If one had to pigeonhole this lens, I would say it belongs in the medium to long lens zoom telephoto category with great flexibility with a wide aperture for creative softening of the background. By itself, and on a full frame camera with the teleconverter, you are looking at a range from around 252 to 560mm at the full lens opening of f/5.6. 

If you have a DX type sensor, now the ante goes up to 270 to 600mm without the converter at f/4, or 378 to 840mm with the converter swung in place with a working aperture of f5.6. One nice feature of a lens of this type is that the teleconverter is optically matched to an internal group hosting 27 lenses with the prime lens, plus eight lenses in the teleconverter.

For a system having 35 lenses in various groups, including a fluorite element to keep weight down and eight ED (Extra-Dispersion) lenses to keep chromatic aberrations and color fringing at bay, the image through the camera was remarkably bright and clear. 

On a snowy day in March, and with the camera and lens mounted on a tripod, I captured this image of a Cardinal right from my kitchen window. Exposure was 1/200th at f/5.6, ISO 800 with the converter employed for 550mm.

Now if you think a lens with all this glass is going to be heavy, you’d be right to a point. If you got down to the wire on which of the two lenses you would use or purchase, the older 200 to 400mm f/4 checks in at 7.5 pounds. Our newer 180-400mm f/4 tips the scales at 7.7 pounds, which isn't really much of a difference. 

Nevertheless, for the average person, the Nikkor 180-400mm lens is large, making it hardly a candidate for all day, handholding shooting without a support like a monopod. The lens measures 14½ inches (19¼ inches overall with the carbon fiber shade) by five inches in diameter at the objective end making front end filters not only out of the question if available, but expensive. For this, Nikon has given you the ability to install 40.5mm filters in the drop-in holder, not the commonly used 52mm that we have used in the past, but what Nikon is working towards in converting their new prime lenses in production now. 

Believe it or not, this filter is part of the lens formula, so make sure it is in – or another filter – when out in the field. If nothing else, it prevents debris from entering from this part of the lens.

The same day as the above image resulted in this photo with the VR on, 180mm at f/5.6 at 500th of a second. ISO was 800. This is a full color photo, not converted to black and white, on this overcast day.

With the Nikkor 180-400mm obviously aimed at the outdoor photographer, the lens is heavily weather sealed for dust and moisture at all the strategic points along and at the end of the barrel. Other features include Nikon's proprietary Nano Crystal Coat and their Super Integrated Coating to minimize and help prevent surface and internal reflections when working against or at right angles to the sun.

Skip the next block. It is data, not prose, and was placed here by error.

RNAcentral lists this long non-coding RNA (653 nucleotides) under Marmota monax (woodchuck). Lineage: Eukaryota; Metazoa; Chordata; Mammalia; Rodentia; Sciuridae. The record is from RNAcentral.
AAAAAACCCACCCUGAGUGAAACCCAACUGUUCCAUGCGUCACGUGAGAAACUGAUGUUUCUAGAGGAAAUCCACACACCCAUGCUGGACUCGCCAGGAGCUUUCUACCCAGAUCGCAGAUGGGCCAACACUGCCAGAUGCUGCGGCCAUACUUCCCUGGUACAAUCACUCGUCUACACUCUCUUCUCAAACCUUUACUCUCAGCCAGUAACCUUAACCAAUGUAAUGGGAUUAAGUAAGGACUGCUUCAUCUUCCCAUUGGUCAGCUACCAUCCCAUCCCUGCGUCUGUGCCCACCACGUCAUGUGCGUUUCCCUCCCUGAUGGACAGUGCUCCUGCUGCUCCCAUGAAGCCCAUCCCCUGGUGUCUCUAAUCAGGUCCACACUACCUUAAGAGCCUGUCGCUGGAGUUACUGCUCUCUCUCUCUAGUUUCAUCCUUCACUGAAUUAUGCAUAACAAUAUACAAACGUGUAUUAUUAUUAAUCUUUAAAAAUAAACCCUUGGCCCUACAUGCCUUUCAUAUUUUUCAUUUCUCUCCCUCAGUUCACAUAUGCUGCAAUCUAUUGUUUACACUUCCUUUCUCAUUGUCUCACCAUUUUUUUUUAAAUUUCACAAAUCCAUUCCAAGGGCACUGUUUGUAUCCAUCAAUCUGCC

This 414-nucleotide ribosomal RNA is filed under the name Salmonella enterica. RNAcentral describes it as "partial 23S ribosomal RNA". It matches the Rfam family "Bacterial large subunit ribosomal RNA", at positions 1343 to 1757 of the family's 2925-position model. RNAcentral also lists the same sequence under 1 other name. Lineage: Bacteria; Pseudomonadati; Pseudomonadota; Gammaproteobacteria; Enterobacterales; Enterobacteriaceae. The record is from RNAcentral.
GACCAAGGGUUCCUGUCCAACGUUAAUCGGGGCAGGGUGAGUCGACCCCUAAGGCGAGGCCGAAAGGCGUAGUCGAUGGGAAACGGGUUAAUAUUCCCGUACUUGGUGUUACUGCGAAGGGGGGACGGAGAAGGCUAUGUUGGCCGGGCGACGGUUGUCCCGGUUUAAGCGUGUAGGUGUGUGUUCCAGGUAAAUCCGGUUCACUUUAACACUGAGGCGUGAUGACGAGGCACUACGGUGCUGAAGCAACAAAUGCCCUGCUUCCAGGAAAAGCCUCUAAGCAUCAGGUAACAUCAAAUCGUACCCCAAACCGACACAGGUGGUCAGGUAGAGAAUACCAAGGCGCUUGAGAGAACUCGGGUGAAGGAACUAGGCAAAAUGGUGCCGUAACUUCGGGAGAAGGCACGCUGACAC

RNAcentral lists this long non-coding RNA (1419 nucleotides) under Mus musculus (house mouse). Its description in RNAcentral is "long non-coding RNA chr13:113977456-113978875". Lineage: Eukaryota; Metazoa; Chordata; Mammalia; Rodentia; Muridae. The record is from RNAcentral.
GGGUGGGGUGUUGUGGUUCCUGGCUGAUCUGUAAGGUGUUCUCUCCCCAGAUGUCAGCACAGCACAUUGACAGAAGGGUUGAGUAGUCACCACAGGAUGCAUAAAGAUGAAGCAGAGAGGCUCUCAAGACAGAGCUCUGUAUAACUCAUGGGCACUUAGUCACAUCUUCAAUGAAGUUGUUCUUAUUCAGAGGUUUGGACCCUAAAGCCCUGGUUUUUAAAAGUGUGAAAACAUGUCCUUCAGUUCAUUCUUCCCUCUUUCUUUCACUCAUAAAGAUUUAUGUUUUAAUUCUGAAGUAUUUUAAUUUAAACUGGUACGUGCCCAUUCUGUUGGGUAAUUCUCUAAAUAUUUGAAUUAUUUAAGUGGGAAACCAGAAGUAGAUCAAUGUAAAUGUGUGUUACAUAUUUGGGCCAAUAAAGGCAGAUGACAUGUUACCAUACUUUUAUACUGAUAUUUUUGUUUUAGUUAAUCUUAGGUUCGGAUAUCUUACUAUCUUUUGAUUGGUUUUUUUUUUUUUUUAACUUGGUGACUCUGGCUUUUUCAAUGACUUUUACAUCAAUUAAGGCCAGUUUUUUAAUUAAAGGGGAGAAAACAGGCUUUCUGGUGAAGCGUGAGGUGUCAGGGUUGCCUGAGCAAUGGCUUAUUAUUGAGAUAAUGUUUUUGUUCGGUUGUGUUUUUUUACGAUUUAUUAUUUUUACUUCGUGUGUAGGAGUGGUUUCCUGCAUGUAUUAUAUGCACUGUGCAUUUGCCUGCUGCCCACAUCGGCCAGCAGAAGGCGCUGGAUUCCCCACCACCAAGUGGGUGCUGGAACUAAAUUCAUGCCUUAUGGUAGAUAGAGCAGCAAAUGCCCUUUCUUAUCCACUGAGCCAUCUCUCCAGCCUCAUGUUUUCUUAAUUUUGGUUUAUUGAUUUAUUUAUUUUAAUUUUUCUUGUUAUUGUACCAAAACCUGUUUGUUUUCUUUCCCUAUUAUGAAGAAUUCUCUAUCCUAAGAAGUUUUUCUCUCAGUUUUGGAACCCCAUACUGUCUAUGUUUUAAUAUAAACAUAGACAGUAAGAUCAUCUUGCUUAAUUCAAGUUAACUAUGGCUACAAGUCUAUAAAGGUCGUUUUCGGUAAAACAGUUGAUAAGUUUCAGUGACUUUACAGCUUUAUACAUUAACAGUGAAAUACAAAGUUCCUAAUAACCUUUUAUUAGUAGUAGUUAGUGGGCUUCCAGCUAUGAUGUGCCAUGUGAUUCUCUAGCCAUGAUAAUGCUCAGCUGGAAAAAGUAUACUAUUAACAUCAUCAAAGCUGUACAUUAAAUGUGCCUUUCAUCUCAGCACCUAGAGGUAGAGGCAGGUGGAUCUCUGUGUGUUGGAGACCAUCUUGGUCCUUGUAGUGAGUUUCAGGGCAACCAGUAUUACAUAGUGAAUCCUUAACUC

Top of the line Nikkor lenses get all the goodies, so we can’t stop there. The Silent Wave Motor is quick and if you are looking for something to compare it to, it is in the same vein as their prime telephotos.

We found an up-to-date rail trail, which turned into a perfect place to try the Vibration Reduction with the D3s tracking. My wife was the subject and handholding the lens proved it was up to the task. Lens was set at 360mm, VR on, f/5.6 at 1/2500th of a second.

This can be attributed to a select group of internal lenses that speed up the process while adding no additional length to the lens. In addition, there is a focus range limiter to keep the lens within an area from around 20 feet to infinity for faster overall performance.

A hand-friendly padded rotating tripod collar along with twin strap loops are standard and to my understanding, this one is equipped with ball bearings to aid in its movement around the lens barrel. It would be nice if Nikon machined slots similar to the Arca mounts that we all use on our tripods today instead of going to aftermarket sources. 

Since we publish railroad books, I’m always on the look out for patterns or different ways to illustrate the railroad scene. Cropped a bit, converted to black and white and photographed with the 1.4X switched on, the compression proved to be a good way to show this photo of a unit train. 550mm, 1.4X, VR on taken at 1/2000th, f/5.6, IDO 800.

Image stabilization in the form of Nikon’s famed Vibration Reduction mode is controlled by a sliding switch on the left side of the barrel. Off, Normal and Sport control the movement with the sport mode being used for fast or erratic objects all with a range of four shutter speed stops. 

Other switches are pretty much standard for the Nikon enthusiast and include buttons for Auto / Manual or just Manual for minute override adjustments even with the lens on full Auto. Following that, you have the range limiter, four stops of vibration reduction, a close focusing option down to six feet, complete sealing, and a memory recall with a set and sound button.